I know I promised a healing elixir at the beginning of this review, and Nguyen’s extraordinarily compassionate lyrical gaze is the crucible in which that elixir comes into being. This is often a painful book, but it’s never cruel. Especially if you’re a reader who occupies multiple sites of marginalization, there’s much that cuts to the bone—gently pressing on bruises you didn’t even know you had—but Nguyen, though unflinching, leaves us with possibility and transformation as articulated in the gorgeous ending of “Still, Somehow,” “I swear, it was there, again / above the tall grass, the headless hawk / still alive, still, somehow, flying.”

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Wow! We had the best time at this past Sunday's reading with the San Francisco Public Library Thank you so much to our fantastic readers—@emo.ocean (Lio Min), @real_james_cagney, @charliejaneanders, and Lydia Elias—for sharing their incredible writing and starting a warm dialogue on the importance of queer spaces.We'd also like to give a huge shoutout to the amazing folks who helped make our event as accessible as possible! Thank you to our ASL interpreters Heidi Woelbling and Benny Llamas, and to our live-captioner Jen Schuck. We're so grateful for your hard work!Keep an eye out for a recording of this event on the SFPL Youtube page! We'll announce when it's ready. Until then, please go follow and support these writers and their work!Image Description: A screenshot of a Zoom room with Lio Min, James Cagney, Lydia Elias, and Charlie Jane Anders. They are all smiling and listening to each other. There is some closed captioning towards the bottom, that says "I'm really struck by how much vulnerability you all shared. As a writer, I'm curious how you know when you're ready to put a story to the page?" End description. ... See MoreSee Less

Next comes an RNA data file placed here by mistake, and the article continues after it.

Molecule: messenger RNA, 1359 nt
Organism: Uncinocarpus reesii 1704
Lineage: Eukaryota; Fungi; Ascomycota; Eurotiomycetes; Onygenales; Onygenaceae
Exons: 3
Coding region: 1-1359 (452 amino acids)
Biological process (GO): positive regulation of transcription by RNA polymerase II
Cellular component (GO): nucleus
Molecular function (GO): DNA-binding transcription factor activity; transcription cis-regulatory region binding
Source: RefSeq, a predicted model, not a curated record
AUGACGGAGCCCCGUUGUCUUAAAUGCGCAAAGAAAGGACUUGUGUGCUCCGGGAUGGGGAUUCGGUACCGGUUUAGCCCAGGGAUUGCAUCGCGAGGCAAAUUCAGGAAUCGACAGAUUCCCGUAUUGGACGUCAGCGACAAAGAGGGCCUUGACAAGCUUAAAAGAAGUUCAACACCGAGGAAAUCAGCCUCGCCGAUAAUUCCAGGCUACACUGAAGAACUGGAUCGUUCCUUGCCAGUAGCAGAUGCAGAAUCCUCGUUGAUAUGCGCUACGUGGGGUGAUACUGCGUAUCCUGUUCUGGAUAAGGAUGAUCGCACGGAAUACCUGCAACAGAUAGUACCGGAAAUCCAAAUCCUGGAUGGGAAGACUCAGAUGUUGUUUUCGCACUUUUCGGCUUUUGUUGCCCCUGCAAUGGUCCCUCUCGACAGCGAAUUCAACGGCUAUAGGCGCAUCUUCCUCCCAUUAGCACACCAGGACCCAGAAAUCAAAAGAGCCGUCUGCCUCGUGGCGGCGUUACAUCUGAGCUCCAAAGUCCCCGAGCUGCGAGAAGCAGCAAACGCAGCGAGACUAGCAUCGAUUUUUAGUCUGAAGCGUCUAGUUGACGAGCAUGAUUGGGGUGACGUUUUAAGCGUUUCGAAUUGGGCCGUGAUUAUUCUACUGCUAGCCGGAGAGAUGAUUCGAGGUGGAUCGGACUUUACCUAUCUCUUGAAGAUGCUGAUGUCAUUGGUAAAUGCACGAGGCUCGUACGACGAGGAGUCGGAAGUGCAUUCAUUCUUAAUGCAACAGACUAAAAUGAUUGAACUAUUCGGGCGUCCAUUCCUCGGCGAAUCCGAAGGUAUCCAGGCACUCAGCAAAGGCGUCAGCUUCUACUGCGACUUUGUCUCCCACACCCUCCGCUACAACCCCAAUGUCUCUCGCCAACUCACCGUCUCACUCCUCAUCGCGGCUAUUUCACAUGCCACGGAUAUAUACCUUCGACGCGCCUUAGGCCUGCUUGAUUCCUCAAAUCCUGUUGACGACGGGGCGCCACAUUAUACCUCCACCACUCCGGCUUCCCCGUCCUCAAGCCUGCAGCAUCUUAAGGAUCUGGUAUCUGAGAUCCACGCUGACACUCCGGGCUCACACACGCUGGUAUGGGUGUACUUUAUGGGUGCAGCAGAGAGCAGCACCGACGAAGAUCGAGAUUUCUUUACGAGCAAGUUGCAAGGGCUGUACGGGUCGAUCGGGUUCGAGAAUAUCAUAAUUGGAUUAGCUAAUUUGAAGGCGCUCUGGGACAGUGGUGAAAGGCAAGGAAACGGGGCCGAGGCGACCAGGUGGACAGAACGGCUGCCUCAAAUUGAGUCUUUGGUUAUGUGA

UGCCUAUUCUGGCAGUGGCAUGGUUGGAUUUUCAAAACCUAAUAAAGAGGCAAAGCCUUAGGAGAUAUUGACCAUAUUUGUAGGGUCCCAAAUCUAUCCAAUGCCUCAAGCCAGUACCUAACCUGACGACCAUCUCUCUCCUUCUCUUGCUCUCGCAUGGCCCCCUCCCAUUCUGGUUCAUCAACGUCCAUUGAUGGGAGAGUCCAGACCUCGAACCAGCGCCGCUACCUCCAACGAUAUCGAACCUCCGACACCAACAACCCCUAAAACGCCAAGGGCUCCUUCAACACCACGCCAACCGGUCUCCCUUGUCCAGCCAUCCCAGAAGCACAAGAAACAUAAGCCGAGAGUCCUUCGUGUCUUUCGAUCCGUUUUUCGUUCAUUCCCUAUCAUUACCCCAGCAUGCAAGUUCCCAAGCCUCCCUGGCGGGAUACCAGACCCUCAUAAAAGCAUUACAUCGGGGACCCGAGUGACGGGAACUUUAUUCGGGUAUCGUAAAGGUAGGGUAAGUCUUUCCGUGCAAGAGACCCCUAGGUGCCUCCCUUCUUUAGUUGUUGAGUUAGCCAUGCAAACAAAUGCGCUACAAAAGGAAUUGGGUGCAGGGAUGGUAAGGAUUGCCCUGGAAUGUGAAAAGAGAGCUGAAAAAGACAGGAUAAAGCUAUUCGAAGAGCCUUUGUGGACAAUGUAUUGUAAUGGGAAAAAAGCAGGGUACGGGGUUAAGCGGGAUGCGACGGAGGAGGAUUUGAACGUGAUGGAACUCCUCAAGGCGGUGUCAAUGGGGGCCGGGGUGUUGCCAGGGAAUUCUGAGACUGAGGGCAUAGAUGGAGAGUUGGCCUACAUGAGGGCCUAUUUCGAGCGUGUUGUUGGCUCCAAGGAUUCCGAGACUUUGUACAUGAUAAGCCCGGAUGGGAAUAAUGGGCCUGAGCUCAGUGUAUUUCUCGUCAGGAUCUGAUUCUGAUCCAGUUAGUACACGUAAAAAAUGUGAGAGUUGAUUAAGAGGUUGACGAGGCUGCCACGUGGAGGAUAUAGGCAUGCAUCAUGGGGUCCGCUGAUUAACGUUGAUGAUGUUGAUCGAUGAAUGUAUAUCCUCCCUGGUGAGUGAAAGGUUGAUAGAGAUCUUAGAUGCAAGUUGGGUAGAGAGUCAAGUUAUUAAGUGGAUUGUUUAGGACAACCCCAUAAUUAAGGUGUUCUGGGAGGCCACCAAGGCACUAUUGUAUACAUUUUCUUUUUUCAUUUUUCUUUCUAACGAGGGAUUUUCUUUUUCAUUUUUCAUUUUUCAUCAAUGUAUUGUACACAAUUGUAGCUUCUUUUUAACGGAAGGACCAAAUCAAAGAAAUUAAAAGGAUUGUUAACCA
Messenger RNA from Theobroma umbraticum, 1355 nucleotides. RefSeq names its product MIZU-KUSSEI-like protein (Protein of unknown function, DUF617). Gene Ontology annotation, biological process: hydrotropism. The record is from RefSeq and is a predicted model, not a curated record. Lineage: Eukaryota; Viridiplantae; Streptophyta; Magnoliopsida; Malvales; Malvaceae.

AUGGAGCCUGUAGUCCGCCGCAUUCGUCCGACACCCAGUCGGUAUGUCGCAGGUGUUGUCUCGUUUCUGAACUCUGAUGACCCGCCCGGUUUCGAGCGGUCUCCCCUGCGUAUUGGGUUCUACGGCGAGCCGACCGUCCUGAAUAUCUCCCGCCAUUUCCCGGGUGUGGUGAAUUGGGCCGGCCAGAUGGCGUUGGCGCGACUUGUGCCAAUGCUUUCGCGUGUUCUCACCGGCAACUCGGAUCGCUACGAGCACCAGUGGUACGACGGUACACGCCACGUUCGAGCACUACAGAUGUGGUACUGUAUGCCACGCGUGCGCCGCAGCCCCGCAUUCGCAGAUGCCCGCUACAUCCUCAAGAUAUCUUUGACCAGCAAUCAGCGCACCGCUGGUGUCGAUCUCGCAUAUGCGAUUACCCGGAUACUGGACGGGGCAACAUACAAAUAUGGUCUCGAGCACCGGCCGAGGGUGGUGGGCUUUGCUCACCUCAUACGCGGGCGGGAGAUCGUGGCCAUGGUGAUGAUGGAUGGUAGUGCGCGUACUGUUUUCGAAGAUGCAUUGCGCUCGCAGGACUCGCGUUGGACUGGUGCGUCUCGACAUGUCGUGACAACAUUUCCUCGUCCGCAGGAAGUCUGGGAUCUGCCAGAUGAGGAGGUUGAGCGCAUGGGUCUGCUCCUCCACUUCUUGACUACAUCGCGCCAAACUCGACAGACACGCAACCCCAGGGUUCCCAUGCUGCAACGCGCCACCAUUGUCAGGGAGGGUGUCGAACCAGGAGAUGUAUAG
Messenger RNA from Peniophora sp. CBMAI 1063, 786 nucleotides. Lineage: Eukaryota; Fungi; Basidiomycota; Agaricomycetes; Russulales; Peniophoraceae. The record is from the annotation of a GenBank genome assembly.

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Our virtual reading with the San Francisco Public Library is tomorrow! Join us at 2PM PT for Generational Treasures: An Afternoon of Queer and Trans Storytelling.This fantastic event will feature James Cagney, Lio Min, Charlie Jane Anders, and Lydia Elias! RSVP here: is excited to collaborate with @sfpubliclibrary for Generational Treasures: An Afternoon of Queer and Trans Storytelling! Join us on Sunday, September 25th at 2PM PT for a virtual reading with @charliejaneanders, @emo.ocean, @real_james_cagney, Lydia Elias. In mainstream society, when we hear the word "generations" we may immediately presume biological progeniture. In the Queer/trans community, however, generations can refer to chosen family, drag mothers, drag dads, ball houses, aesthetic legacies, just to name a few. In either context, generations suggest an era. Foglifter has invited four writers—Charlie Jane Anders, James Cagney, Lydia Elias, and Lio Min—who span generations to illustrate their "era" and the power of queer/trans literature. Live-captioning and ASL interpretation will be provided. RSVP here: you then! Image Description: This is an invitation for the reading, “Generational Treasures: An Afternoon of Queer and Trans Storytelling,” presented by the James C. Hormel LGBTQIA Center & Foglifter Journal and Press. This free and virtual reading will take place on Sunday, September 25th at 2PM PT. The photos of James Cagney, Lio Min, Charlie Jane Anders, and Lydia Elias are in the middle of the graphic. The SFPL and Foglifter logos are on the bottom. This background has a colorful gradient of pastel hues and various shapes and swirls, with a square containing all of the text and photos in the middle. ... See MoreSee Less